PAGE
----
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Kaposi's sarcoma and its treatment

Read about Kaposi's sarcoma, the different types and how it might be treated. 

What it is

Kaposi's sarcoma (KS) is a rare type of cancer that develops from cells called endothelial cells. KS growths are called lesions or tumours. External lesions on the skin are the most common. But it can also involve internal organs such as the lymph nodes, lung, bowel, liver and spleen.

KS develops in a different way to many other types of cancers. Most cancers begin in one place in the body and may then spread to other places. KS can start in several areas of the body at the same time.

The causes of Kaposi's sarcoma

A main cause of KS is a virus called the human herpes virus 8 (HHV8). The virus infects the cells and it is thought that this causes them to become cancerous. Mostly HHV8 is a sexually transmitted virus and is a common infection. It can also pass in blood between drug users who share needles.

Not everyone infected with HHV8 gets KS. So it is thought that there are other factors involved. Scientists agree that having a weakened immune system or certain types of infections along with HHV8, also play a part in a person developing KS.

Signs and symptoms

The signs and symptoms are different, depending on whether you have external KS on the skin, or KS inside the body. Lesions on the skin are more common than internal lesions inside of the body.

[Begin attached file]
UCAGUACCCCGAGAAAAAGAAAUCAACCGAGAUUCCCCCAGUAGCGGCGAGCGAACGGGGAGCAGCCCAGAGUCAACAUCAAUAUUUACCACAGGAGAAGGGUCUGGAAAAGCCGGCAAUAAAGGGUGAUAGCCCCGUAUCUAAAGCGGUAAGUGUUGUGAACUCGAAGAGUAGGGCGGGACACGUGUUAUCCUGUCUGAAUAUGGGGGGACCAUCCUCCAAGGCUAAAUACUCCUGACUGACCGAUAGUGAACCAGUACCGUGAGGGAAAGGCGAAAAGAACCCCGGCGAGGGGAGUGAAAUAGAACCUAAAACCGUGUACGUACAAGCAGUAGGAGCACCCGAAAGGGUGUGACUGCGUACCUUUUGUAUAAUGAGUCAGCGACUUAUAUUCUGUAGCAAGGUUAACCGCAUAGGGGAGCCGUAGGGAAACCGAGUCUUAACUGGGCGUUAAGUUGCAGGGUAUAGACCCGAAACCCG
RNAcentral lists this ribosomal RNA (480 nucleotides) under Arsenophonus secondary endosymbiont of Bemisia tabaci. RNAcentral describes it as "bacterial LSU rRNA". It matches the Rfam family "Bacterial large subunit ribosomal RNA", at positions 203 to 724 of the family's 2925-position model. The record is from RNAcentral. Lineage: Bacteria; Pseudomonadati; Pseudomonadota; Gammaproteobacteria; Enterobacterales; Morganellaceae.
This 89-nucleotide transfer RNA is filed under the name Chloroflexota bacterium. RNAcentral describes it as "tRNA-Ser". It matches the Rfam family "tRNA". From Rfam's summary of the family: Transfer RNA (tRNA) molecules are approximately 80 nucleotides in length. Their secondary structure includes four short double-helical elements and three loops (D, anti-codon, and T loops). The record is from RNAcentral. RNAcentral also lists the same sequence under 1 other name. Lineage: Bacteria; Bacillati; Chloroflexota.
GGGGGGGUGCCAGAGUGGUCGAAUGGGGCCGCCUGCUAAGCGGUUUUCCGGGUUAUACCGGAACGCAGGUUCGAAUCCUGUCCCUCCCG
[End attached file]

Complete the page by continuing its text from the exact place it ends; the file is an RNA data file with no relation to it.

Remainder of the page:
Kaposi's sarcoma of the skin

These nodules or lesions on the skin usually start out very small and flat. They do not cause any pain or itching and seem harmless. They look quite like a bruise, but do not lose their colour when pressed, as a bruise does.

As they grow, they might start to stick up above the surrounding skin and grow into each other giving the appearance of patchwork. The lesions might be in different colours such as brown, blue, red or deep purple.

KS in the skin might grow very slowly and show no changes for a few months. But some grow more quickly, with new areas appearing weekly.

Internal Kaposi's sarcoma

Internal KS lesions can grow in the lymph nodes and body organs, such as the lungs, liver and spleen. The symptoms you have depend on which organs are affected.

The most common type of KS is related to AIDS. In AIDS related KS, it is common for disease to be in the lymph nodes. So you might have some swelling of your arms and legs called lymphoedema. KS cells block the flow of lymph fluid through the lymphatic system. So tissue fluid backs up and causes swelling. It can be very painful and uncomfortable.

There is no cure for lymphoedema, but treatment can help to control it and relieve the symptoms. The earlier it is picked up and treated, the easier it is to control. So do let your doctor know if you have any swelling that you think may be lymphoedema.

Diagnosing Kaposi's sarcoma

The only way to definitely tell if you have a Kaposi’s sarcoma is to examine a tissue sample (biopsy) under a microscope.

You can usually have a biopsy with a local anaesthetic if the lesion is on the skin.